Instead of drop-kicking the planners, shouldn’t we really half-nelson the rich?

Instead of drop-kicking the planners, shouldn’t we really half-nelson the rich?

The blame game over who’s responsible for England’s housing crisis and silver-bullet “here’s-the-answer” approaches to solving it is growing into a national sport.

Various interest groups, professions, political parties, social classes, business groups and their mouthpieces come under fire. Meanwhile, each fires back their silver bullet, with a crowd of suitably-armed commentators joining in.

With this kind of entertainment the lobby to encourage ITV to re-run World of Sport wrestling must be flagging.

With that sad image in mind, I thought I’d introduce a variant on the who’s-to-blame-for-the-housing-crisis spectacle, as a kind of surreal equivalent of tag-team wrestling. Tag teams always added extra fun and extra confusion.

This might not take off. But as a first attempt to mix up the debate I want to explore why we might want to half-nelson the rich rather than drop-kick the planners.

The question of who’s most to blame between between faceless planners with their endless red tape and nimby well-to-do homeowners is one that bubbles. But some data I’m currently exploring for a forthcoming project and a recent Shelter blog prompted me to present a few charts.

My thought was that in a wrestling match, these charts might just turn the crowd’s sympathy away from Big Daddy and Giant Haystacks (fighting the rich-homeowners’ corner) and provide a little more support for the wrestling fans’ love-to-hate tag team of Mick McManus and Steve Logan (in the faceless-planners’ corner).

To ensure a clean fight (as if) I’ve used some Barbour ABI planning data I had already structured. From this I derived a planning-rigidity measure to compare how easy it is to get planning permission by local authorities. The details are below along with the various data sources.

Before being bombarded with useful suggestions, I know it’s a crude measure. It doesn’t take into account how adaptions to behaviour or cognitive bias might lead those putting in planning applications to “tone down” plans that they might expect to be rejected or take a punt on the off chance when opportunity arises. It doesn’t take into account variation in the approach at different planning departments to pre-application discussion and a bucket of other effects. It doesn’t correct for other variables.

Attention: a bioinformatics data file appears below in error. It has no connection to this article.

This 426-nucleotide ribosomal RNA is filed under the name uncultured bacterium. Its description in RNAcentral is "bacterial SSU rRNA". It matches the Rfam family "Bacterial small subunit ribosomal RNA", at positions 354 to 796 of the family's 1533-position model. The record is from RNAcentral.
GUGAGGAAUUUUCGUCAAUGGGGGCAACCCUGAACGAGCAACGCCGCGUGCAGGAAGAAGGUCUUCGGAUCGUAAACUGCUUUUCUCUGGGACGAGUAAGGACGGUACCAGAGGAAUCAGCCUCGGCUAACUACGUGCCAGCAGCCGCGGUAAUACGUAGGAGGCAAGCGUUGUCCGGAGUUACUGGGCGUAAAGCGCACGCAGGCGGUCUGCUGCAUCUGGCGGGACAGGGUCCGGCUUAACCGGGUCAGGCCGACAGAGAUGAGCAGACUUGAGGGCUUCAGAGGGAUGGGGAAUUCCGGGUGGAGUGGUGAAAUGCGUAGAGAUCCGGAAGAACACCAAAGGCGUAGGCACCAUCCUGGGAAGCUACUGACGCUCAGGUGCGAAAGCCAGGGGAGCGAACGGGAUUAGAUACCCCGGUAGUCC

But I really think we’ll lose entertainment value if we dwell too much on the more delicate aspects of analysis. This is housing-data tag-team wrestling and it’s all about show, quick thrills and fighting dirty.

If you want detailed rigorous academic work on this, I can recommend Dr Christian Hilber and his colleagues at the London School of Economics. It’s extremely good value for the more sophisticated.

So, seconds out: Round One.

Wrestling 1

McManus, booed, grapples Big Daddy with data showing how the 50 local authorities with the highest median rate of weekly pay for blokes in full-time employment are clearly displaying more planning rigidity than those with the lowest pay.

Wrestling 2

Big Daddy retorts with a reckless body check to test McManus on median earnings. McManus dodges, Big Daddy falls on his face to ooohs from his fans. The 50 boroughs where median earnings are highest are clearly more likely to reject applications. He shouldn’t have gone there.

Wrestling 3

Meanwhile Logan, to jeers, leaps the ropes and fixes Big Daddy in an arm lock with powerful data on deprivation. The most deprived areas clearly are more planning friendly. The crowd didn’t like that. But, respect. It was a powerful move.

Wrestling 4

Giant Haystacks doesn’t like this one bit. He climbs through the ropes, but is floored as McManus, with a Diving crossbody, illustrates that where house prices to earning are greatest there’s clearly significantly more rigidity in the planning system.

Ding

At the end of round one you can sense a mood-shift in the crowd. They really don’t like that after-the-bell backchat from Giant Haystacks to the referee on the Kensington and Chelsea outlier. There’s clearly no love for the super rich here, even among the well-to-do fans supporting Haystacks. He claims the data show that you can pack a borough with rich people and have a pretty flexible planning response. But this raises more suspicion than support.